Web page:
Windows, memory allocation and .NET Framework

So how I ended up with ~800MB `Working Set`, ~45 times larger `Private Byes` an `OutOfMemoryException` and `Your system is low on memory` message from Windows? This has to do with the way .NET Framework behaves.

Windows has a few used memory measurement, but I will concentrate on two of them:

• Private Bytes also called the Private Set
• Working Set

What is the difference?

Before I continue one note: There is a lot more to Windows and .NET memory management. I’ve taken only the parts needed for this problem. Go and read the linked articles for more in depth knowledge.

Working Set

A simple explanation:

Working set is the RAM memory that the process is currently using. Touching memory fragment for the first time moves it from Private Bytes to Working Set[source]

Precise one: This is the memory that the process can is currently using. Here are all variables and mapped files.

Private Bytes

To put it simple:

Private Bytes is the memory that the process might need.

A more precise: This is the amount of memory that the OS thinks the process will need in the near future. To be even more precise it is the amount of space that has been allocated in the swap file to hold the contents of the private memory in the event that it is swapped out [source]. As mentioned by the cited article this value may, and very often is, overestimated by the OS.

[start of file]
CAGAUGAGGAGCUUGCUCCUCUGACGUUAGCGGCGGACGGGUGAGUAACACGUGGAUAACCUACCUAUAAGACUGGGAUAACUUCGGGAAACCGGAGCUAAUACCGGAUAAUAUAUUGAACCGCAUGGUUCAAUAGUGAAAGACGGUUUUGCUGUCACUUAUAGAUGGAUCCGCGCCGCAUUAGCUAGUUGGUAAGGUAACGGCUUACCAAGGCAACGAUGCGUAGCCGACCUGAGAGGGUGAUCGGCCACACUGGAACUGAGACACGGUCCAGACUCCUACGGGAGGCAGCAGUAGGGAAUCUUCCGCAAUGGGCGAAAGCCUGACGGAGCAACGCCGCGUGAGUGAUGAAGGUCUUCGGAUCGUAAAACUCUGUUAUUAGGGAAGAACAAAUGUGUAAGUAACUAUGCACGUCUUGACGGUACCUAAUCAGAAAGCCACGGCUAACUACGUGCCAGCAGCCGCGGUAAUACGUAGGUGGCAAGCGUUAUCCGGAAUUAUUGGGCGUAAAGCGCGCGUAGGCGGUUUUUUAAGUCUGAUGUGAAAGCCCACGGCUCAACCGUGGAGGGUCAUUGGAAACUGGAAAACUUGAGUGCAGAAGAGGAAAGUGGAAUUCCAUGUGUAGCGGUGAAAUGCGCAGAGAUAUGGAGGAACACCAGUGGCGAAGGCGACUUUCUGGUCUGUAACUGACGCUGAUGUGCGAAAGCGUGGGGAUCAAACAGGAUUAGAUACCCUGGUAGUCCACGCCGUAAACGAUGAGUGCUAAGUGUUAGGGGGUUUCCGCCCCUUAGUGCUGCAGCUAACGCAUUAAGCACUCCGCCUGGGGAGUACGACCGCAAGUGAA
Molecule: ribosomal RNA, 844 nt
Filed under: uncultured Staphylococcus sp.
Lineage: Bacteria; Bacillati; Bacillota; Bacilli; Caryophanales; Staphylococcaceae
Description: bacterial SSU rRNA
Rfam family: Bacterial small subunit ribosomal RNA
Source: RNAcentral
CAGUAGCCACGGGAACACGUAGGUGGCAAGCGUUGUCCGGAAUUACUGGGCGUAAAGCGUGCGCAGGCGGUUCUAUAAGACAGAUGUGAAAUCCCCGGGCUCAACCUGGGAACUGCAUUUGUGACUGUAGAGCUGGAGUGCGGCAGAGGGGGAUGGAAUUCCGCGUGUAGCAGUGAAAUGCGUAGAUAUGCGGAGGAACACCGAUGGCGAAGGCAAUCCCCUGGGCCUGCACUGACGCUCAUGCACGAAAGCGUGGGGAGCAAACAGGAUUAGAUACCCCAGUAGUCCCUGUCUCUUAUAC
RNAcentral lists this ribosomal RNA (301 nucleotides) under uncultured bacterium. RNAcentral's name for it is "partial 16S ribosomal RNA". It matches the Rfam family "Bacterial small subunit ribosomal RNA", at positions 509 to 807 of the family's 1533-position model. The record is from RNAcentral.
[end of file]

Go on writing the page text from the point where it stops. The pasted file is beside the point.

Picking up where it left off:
So why is the OS thinking I will need 35 gigabytes of memory? It must be the .NET Framework.

.NET Framework memory allocation

When running managed code .NET Framework is taking care of memory allocation and collection. It is allocating memory in bigger chunks from the OS, so that when creating a variable, so allocating memory for it, we are not communicating with the underlying system, but only with the runtime. Why .NET is doing it? For several reasons:

• To keep track of the allocated objects so it can garbage collect them.
• For performance. Allocating a 20 MB chunk with one call will faster than doing it with 2000 100KB calls.
• Memory fragmentation.

The last one needs a it more clarification: This is the situation when where is no continuous block of free memory of requested size, but the sum of free memory is bigger than requested. Because one ASCI art says more than 1000 words here it is:

``````Our memory:
|oo_o_ooo__o_o_o|
where:
- o - allocated
- _ - free
``````

In this situation, although we have 6 slots of free memory we can’t allocate a 3 slot object. How is .NET different from the OS in this subject? .NET can change the physical address of the object in the compaction phase of the garbage collection as long as it is not pinned using `fixed`.

So .NET Framework is over allocating, and then Windows is also over allocating and this ends up in the system running out of memory and crashing my application? This means that the framework AND the operating system is broken?

It is best not to assume that step back, have a break and look at the code once again in few minutes.

The mystery

I finally figured it out and it was so obvious that I felt stupid. Can You guess why did I run out of memory? To make it easier:

• the framework is not broken
• Windows is not broken (at least in this case)
• read the first and the second post.

There are no awards, but I will try to highlight those who get it.

Hi, I'm Szymon Warda. I write code, design IT systems, write this blog, tweet and speak at conferences. If You want to know more go here, or follow me: